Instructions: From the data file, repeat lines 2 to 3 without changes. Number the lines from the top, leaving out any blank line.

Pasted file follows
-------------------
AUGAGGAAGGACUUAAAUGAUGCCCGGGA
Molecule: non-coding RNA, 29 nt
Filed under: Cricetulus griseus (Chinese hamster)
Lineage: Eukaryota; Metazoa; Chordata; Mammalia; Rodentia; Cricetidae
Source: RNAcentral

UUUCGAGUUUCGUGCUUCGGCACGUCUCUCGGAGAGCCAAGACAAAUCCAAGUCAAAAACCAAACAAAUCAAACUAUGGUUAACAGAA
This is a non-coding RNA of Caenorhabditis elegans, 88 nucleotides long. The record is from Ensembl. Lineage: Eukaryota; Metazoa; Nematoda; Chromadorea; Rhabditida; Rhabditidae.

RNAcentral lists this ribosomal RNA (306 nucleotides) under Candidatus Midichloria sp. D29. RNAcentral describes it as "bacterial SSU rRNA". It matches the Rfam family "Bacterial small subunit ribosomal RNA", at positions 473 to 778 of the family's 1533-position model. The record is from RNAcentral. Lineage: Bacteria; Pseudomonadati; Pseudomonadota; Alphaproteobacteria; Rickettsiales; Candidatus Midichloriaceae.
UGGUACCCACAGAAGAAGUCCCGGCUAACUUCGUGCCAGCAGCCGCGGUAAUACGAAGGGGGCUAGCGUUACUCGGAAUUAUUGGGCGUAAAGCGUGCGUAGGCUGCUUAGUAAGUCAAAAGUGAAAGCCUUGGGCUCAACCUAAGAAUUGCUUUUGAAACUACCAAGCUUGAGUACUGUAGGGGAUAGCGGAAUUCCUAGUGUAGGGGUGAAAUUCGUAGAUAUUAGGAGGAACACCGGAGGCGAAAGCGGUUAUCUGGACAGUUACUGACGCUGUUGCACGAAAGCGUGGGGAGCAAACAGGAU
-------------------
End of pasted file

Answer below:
Molecule: non-coding RNA, 29 nt
Filed under: Cricetulus griseus (Chinese hamster)